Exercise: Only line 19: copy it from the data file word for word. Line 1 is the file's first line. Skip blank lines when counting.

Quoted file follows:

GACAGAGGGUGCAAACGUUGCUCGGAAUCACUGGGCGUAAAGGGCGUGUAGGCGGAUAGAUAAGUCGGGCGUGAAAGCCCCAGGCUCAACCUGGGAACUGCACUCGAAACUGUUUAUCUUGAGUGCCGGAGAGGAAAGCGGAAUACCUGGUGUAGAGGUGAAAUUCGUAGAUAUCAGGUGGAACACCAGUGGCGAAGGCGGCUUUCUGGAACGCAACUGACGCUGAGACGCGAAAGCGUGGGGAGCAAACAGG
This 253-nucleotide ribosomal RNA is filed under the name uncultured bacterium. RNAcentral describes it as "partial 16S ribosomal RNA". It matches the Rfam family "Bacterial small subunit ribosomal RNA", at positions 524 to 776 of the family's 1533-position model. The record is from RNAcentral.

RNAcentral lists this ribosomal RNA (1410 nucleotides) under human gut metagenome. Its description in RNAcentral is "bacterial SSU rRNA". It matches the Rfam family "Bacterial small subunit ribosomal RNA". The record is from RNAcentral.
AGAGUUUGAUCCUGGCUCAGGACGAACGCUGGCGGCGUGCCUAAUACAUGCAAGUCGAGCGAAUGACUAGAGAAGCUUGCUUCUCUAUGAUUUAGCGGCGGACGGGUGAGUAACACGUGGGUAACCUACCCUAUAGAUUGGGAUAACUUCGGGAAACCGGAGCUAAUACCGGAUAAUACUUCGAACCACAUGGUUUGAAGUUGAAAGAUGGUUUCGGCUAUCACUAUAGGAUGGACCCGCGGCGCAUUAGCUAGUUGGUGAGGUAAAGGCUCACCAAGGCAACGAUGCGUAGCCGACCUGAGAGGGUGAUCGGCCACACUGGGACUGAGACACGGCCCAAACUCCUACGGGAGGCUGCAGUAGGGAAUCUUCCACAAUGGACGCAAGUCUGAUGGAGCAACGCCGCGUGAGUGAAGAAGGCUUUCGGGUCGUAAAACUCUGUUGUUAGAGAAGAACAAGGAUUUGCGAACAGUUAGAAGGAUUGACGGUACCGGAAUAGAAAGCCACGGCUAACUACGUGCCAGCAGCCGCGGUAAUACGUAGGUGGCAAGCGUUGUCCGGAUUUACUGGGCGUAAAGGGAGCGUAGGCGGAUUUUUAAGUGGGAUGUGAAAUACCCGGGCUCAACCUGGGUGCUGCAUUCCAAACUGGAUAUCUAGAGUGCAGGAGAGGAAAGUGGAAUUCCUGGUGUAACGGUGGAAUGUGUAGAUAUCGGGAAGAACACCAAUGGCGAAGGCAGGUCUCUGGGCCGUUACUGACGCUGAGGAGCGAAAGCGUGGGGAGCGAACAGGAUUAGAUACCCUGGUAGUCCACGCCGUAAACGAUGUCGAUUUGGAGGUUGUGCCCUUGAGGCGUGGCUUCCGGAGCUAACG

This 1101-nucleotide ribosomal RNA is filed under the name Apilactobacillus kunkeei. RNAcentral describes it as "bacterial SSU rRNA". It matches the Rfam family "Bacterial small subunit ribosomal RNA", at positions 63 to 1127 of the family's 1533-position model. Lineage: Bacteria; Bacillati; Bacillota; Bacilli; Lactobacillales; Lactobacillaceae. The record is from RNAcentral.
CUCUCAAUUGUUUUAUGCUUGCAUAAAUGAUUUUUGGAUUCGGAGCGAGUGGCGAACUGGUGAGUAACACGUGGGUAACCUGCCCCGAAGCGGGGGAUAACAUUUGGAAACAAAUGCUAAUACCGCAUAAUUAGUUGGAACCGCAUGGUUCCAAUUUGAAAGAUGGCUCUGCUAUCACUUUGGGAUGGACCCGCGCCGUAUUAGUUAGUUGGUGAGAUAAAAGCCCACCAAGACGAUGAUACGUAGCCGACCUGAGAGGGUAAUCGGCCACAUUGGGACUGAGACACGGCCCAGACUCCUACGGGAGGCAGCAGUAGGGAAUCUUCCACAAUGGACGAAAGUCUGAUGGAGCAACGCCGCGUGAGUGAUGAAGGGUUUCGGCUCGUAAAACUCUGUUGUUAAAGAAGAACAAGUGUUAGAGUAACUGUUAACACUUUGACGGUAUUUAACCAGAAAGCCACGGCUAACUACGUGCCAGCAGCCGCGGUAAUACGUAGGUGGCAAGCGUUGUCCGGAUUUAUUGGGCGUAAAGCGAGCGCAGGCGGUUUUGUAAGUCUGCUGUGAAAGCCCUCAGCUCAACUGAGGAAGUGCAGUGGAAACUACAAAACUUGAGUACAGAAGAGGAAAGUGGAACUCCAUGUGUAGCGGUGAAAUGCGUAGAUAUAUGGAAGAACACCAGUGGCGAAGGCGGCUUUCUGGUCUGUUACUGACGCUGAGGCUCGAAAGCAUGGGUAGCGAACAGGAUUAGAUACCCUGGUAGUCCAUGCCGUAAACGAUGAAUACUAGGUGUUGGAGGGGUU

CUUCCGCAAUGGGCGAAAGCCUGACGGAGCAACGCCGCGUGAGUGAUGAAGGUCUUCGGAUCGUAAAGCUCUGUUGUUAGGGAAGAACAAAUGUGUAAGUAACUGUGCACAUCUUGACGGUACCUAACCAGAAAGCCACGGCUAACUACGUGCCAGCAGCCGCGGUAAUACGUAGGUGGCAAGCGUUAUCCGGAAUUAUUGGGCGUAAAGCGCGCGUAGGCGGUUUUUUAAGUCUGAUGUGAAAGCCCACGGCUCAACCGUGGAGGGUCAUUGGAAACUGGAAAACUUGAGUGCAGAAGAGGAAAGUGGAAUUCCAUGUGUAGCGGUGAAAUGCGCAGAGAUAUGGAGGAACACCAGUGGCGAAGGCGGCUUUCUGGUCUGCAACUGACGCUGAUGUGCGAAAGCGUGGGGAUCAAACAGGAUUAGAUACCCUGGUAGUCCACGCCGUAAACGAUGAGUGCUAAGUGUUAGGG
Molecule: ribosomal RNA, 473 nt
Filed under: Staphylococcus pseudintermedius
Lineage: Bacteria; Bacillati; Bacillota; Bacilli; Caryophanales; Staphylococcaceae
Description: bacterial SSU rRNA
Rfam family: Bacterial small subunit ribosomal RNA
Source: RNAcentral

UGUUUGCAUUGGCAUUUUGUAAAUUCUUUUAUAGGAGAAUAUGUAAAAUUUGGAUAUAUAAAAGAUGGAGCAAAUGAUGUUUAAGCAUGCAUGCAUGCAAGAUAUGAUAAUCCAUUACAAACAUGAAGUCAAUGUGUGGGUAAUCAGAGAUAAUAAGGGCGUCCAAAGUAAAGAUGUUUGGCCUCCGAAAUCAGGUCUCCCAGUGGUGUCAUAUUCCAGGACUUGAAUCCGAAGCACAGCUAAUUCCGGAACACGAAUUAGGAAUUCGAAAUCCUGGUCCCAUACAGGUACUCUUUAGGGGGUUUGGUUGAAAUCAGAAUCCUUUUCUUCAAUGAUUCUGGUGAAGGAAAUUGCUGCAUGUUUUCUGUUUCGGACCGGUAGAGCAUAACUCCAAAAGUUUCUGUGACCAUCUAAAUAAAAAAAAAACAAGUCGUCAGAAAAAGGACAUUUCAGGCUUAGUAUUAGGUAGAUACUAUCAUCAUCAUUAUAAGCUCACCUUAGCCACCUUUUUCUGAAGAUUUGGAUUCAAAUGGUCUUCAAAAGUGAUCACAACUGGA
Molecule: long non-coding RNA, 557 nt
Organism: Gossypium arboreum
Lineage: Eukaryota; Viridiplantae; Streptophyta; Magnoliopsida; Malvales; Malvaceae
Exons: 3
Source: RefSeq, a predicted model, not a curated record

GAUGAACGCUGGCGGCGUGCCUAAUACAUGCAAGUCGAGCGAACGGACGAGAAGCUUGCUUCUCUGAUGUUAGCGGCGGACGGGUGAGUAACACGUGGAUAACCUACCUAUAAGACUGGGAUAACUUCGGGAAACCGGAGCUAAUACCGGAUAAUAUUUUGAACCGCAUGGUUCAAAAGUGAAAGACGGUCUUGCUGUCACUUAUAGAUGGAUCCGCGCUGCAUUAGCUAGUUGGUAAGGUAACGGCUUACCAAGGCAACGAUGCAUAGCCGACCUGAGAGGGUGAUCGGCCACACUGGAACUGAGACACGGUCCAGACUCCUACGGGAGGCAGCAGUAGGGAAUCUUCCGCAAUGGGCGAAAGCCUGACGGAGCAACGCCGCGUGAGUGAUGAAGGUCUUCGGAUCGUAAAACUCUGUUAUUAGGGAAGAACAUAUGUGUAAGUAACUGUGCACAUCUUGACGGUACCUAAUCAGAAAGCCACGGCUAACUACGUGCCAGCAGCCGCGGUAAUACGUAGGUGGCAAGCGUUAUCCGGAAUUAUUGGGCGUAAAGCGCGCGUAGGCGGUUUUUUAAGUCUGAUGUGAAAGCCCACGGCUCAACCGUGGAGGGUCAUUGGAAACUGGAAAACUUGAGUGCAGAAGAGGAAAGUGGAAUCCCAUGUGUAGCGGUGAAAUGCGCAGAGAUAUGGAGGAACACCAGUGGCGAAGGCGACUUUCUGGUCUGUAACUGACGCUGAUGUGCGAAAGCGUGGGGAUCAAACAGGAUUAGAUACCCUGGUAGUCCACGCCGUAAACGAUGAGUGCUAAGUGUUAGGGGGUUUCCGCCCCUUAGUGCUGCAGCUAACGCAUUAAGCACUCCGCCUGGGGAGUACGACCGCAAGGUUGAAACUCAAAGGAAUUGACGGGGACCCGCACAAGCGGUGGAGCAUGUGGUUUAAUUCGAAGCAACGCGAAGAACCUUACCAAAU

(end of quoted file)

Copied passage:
Source: RefSeq, a predicted model, not a curated record